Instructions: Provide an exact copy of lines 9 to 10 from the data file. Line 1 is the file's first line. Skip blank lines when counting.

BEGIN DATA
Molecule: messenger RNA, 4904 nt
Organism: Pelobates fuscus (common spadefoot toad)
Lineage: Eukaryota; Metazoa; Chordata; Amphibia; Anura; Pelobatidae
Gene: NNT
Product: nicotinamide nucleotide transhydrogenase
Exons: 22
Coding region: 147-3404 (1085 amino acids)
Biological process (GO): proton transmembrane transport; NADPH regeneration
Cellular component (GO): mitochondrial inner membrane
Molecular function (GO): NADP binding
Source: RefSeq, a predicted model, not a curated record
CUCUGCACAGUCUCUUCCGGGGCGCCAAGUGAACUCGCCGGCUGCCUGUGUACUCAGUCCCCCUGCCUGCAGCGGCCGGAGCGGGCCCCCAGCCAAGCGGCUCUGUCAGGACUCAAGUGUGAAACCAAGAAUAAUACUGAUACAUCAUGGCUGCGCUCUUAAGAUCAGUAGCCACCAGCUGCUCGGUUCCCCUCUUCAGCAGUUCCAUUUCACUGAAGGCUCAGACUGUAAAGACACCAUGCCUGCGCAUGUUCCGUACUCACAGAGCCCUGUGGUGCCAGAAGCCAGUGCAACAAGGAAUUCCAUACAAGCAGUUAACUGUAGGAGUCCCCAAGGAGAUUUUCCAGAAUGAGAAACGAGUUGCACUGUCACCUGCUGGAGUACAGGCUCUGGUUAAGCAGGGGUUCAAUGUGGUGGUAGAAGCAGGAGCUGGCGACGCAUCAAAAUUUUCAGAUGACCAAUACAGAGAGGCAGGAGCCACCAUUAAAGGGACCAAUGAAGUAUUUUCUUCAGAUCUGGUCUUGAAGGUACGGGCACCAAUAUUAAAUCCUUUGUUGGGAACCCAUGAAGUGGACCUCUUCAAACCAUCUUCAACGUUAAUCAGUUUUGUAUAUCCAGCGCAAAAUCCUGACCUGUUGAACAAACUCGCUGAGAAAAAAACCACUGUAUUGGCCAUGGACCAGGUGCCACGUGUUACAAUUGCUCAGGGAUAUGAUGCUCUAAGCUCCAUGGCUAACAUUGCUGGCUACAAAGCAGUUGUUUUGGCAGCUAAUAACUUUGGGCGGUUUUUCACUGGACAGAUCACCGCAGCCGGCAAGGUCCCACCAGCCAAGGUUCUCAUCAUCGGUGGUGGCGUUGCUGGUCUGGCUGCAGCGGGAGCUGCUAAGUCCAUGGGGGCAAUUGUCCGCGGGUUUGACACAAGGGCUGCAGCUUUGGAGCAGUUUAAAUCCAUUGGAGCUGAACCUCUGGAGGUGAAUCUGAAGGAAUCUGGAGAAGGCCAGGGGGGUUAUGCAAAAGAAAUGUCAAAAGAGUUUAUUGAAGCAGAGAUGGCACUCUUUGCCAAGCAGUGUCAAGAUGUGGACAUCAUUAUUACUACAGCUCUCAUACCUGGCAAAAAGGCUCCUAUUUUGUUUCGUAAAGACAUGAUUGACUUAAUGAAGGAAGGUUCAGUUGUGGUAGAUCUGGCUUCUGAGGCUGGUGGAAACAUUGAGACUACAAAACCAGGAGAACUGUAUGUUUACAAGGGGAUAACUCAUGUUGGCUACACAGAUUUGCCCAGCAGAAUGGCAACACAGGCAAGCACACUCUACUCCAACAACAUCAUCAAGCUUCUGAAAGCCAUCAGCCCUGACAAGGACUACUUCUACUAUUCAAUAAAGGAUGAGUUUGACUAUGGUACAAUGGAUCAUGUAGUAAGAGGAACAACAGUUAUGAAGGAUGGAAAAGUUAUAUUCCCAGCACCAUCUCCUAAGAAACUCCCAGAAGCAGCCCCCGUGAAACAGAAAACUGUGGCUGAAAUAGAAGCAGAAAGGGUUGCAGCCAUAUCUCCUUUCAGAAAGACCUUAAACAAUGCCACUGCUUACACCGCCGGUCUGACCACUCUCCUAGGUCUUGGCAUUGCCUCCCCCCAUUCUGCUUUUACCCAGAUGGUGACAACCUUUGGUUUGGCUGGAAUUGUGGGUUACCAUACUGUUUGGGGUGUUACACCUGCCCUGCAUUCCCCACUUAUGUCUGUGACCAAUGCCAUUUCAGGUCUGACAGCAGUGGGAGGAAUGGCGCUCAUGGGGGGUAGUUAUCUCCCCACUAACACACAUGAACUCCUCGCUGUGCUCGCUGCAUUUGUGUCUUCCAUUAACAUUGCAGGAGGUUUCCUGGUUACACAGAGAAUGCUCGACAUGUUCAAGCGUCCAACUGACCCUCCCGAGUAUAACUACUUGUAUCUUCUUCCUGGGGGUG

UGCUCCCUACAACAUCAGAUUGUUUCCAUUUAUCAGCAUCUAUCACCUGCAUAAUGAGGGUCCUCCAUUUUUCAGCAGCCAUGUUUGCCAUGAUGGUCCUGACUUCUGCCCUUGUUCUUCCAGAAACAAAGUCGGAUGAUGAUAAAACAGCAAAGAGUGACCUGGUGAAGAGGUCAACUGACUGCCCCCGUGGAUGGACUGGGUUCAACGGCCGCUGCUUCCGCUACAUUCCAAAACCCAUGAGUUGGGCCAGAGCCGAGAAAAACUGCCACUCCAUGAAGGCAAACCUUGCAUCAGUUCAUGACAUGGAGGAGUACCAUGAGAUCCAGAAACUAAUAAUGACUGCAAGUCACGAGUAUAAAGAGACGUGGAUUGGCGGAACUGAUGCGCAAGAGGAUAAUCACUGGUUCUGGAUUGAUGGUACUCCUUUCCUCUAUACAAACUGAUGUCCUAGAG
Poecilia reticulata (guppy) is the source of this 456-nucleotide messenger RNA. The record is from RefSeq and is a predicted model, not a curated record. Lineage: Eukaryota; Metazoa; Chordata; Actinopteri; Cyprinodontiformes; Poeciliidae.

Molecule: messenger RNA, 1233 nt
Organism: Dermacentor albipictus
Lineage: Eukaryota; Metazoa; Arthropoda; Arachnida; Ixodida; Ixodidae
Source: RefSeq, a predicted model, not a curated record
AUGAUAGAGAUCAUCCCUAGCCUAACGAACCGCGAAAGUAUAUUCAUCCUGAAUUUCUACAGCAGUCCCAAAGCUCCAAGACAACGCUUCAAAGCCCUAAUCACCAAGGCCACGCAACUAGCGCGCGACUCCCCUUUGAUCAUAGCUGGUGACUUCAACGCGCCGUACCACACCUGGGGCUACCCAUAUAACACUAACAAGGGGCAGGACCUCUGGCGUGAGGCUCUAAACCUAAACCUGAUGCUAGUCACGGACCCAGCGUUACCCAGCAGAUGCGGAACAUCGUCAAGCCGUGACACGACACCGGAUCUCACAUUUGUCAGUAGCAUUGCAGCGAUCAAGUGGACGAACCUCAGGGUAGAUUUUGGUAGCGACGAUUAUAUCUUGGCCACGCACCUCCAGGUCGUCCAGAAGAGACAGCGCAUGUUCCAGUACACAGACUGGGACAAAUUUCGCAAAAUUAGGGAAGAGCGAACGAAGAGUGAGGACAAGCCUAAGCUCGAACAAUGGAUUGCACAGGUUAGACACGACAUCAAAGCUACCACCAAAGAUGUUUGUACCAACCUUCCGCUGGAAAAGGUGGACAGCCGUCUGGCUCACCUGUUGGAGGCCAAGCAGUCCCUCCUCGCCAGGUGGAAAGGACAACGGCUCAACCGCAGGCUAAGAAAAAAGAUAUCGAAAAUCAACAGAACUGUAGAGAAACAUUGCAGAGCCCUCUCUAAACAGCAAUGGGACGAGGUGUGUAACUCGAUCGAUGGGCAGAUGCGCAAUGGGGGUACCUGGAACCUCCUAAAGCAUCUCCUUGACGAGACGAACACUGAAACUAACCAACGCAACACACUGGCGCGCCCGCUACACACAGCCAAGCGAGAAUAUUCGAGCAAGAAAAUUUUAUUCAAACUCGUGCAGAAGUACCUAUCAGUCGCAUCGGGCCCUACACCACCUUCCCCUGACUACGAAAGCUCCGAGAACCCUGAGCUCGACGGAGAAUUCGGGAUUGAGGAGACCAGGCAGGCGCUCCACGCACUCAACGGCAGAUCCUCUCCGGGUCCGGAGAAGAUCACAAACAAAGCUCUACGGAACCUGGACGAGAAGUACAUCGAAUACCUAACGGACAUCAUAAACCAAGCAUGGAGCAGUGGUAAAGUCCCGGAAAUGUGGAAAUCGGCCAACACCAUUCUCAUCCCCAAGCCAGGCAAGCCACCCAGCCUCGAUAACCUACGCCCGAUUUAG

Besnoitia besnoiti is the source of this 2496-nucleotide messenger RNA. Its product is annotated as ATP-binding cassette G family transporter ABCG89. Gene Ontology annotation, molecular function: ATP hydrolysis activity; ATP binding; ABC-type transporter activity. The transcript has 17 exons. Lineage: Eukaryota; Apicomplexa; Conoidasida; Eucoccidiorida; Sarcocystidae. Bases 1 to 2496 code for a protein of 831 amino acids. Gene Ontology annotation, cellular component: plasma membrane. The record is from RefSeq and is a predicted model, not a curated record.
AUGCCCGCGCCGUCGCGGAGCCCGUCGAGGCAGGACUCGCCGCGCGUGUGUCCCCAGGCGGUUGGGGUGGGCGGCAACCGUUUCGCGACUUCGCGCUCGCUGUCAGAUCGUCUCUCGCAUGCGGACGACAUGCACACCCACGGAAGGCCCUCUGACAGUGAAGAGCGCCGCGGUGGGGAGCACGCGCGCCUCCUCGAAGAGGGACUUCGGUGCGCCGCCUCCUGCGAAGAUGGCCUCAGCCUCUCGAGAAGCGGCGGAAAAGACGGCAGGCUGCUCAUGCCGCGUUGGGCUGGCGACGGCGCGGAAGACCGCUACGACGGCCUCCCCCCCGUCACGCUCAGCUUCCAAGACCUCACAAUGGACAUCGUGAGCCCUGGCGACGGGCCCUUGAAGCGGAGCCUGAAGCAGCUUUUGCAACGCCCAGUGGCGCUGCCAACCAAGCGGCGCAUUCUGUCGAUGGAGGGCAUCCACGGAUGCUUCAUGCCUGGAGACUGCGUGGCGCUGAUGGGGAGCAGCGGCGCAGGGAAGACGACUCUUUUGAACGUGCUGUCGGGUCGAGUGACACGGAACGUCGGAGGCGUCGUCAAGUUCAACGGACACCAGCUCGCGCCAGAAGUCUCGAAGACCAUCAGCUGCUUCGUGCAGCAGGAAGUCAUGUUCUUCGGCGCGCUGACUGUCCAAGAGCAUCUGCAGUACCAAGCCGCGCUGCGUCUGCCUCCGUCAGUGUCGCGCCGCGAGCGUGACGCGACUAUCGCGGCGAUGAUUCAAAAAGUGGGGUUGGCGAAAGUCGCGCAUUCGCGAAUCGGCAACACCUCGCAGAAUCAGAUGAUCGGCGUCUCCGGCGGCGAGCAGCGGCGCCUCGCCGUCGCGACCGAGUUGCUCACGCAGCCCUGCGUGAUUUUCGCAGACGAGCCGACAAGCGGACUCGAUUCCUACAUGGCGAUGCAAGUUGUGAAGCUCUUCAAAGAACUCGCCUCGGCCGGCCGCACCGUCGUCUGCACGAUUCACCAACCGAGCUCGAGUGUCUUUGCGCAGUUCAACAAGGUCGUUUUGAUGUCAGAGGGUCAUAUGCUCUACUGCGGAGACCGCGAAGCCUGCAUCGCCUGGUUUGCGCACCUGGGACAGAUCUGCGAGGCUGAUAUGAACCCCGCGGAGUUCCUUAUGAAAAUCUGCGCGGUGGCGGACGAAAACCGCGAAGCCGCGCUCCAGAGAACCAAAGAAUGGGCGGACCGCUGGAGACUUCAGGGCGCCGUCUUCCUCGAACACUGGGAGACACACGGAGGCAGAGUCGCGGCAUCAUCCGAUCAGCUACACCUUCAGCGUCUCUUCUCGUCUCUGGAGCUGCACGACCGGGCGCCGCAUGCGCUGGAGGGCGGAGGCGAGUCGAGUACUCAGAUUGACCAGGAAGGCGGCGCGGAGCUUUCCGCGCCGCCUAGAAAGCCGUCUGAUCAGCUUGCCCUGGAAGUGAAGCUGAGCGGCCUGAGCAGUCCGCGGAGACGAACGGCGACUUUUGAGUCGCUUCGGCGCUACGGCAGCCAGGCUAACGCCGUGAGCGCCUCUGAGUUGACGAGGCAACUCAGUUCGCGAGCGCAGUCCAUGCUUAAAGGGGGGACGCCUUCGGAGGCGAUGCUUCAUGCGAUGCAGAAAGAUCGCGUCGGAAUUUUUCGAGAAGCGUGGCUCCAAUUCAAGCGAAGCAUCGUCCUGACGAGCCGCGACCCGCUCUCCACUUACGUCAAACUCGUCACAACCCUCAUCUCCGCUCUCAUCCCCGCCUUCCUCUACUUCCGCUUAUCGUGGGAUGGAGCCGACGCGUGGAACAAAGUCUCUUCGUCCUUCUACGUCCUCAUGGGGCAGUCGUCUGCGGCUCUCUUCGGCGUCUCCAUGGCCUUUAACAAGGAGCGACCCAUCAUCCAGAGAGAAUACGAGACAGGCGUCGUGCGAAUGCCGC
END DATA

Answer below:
Cellular component (GO): mitochondrial inner membrane
Molecular function (GO): NADP binding